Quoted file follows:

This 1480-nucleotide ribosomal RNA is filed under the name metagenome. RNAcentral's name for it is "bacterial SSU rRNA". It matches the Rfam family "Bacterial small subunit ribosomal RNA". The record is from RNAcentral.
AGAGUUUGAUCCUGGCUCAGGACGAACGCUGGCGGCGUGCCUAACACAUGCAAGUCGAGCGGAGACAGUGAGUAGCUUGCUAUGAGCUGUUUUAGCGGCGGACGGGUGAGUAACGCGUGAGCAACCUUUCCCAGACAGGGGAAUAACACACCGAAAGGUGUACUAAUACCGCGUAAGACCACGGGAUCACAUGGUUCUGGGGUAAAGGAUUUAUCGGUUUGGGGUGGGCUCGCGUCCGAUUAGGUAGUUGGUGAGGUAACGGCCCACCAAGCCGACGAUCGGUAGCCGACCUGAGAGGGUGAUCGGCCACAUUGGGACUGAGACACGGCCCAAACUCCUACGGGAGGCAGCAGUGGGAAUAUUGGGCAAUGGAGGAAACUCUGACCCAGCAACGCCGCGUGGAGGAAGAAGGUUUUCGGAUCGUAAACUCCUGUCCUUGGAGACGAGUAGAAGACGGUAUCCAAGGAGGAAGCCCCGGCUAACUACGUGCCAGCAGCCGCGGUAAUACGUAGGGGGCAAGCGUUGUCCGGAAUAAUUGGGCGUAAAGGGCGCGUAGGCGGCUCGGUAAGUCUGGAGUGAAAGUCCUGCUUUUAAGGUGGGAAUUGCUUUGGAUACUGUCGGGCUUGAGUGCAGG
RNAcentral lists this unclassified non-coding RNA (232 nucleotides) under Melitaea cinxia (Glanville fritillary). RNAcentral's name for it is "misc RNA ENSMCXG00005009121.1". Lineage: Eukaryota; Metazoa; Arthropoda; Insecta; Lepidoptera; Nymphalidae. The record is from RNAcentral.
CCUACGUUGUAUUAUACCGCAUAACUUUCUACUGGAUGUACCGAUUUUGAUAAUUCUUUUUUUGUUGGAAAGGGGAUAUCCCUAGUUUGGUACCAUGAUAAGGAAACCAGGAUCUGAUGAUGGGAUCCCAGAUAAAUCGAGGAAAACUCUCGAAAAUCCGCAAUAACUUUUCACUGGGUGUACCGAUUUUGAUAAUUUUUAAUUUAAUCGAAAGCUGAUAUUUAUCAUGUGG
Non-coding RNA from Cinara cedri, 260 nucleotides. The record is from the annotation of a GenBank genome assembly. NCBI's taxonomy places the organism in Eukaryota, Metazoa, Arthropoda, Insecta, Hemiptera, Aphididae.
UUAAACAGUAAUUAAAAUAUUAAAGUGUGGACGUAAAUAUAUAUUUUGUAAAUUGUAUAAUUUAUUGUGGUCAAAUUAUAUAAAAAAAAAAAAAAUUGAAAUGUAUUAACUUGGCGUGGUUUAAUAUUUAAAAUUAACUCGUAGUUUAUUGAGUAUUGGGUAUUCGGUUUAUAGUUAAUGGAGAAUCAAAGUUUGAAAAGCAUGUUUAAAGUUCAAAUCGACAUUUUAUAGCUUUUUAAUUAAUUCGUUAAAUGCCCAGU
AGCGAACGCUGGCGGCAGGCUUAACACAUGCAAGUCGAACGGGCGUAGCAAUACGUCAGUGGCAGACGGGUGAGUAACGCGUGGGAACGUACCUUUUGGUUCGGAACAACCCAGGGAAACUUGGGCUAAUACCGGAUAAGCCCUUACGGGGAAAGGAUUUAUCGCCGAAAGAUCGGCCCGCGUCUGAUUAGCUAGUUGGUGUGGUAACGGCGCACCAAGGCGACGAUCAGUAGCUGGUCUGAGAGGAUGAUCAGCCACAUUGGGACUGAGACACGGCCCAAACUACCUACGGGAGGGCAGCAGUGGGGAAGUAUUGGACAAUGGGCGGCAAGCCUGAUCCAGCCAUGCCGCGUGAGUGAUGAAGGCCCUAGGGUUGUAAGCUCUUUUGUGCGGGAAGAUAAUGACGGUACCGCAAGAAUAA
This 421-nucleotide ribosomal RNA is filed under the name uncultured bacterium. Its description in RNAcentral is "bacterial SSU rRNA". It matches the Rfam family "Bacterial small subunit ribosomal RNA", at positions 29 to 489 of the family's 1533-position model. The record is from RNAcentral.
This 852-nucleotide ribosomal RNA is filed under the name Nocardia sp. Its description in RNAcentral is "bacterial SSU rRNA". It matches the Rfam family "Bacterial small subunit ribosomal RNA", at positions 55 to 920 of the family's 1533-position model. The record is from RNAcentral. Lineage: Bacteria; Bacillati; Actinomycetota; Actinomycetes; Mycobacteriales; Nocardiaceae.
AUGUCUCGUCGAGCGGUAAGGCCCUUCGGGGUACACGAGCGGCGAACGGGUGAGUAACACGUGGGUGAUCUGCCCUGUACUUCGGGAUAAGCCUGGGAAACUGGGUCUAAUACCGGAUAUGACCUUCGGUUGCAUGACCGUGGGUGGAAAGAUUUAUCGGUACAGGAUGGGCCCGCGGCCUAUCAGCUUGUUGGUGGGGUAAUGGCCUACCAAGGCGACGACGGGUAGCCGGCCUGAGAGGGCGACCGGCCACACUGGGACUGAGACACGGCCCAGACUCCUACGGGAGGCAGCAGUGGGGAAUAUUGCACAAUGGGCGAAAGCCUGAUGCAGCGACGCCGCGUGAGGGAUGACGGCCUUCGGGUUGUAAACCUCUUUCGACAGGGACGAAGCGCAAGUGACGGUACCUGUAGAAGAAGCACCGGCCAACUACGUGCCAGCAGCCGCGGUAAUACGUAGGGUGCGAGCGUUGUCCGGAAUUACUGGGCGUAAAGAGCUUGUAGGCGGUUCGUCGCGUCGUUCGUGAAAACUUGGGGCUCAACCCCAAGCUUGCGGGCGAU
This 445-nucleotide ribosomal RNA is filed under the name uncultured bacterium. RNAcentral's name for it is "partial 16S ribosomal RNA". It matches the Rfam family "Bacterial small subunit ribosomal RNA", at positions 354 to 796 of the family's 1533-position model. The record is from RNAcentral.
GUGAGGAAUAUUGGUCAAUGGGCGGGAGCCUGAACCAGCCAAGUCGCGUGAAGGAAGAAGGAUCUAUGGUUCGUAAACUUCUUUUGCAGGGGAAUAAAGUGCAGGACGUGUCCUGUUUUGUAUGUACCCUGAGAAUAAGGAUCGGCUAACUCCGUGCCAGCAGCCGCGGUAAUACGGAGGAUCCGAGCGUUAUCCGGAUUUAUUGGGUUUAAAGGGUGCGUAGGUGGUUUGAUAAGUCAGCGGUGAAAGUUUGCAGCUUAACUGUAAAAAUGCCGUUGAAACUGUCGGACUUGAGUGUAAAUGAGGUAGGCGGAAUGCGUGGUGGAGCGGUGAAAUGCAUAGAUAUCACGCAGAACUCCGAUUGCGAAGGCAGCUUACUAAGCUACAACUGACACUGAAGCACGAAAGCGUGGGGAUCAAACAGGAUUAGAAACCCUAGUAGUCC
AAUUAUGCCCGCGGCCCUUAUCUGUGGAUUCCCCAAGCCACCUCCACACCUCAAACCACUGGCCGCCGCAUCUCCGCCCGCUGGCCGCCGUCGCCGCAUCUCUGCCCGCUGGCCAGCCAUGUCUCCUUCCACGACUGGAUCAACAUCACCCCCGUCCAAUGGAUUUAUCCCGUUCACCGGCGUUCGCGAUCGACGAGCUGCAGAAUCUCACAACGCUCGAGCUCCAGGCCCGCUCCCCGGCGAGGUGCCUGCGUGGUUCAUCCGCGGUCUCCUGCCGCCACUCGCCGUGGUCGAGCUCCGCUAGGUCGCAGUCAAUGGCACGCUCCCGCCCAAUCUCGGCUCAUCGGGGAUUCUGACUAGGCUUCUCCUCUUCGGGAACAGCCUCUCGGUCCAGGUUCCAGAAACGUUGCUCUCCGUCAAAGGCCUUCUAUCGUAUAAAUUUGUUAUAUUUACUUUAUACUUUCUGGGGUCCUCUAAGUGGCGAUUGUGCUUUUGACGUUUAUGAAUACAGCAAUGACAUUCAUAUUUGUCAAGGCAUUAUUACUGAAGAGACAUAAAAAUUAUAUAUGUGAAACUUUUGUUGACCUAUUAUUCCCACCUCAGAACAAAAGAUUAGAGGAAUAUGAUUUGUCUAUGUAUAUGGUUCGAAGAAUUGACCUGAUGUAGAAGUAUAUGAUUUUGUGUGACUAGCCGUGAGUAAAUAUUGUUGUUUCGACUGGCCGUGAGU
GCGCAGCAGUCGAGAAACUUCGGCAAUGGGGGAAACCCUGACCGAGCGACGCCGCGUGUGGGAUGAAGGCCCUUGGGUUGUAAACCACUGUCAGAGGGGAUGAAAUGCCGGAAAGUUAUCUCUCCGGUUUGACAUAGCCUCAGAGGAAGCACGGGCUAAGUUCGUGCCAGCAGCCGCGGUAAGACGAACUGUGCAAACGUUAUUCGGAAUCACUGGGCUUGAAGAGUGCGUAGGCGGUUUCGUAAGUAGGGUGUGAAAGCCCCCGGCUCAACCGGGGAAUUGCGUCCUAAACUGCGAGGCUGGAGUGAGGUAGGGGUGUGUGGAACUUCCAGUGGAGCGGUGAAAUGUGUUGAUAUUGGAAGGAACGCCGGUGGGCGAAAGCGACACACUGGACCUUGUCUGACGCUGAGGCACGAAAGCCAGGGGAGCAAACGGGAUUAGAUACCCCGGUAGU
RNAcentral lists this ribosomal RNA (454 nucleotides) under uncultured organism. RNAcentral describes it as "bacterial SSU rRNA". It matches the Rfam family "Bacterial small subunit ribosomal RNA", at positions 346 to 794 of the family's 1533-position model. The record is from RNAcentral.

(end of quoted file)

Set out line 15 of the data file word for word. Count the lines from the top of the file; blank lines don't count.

RNAcentral lists this ribosomal RNA (454 nucleotides) under uncultured organism. RNAcentral describes it as "bacterial SSU rRNA". It matches the Rfam family "Bacterial small subunit ribosomal RNA", at positions 346 to 794 of the family's 1533-position model. The record is from RNAcentral.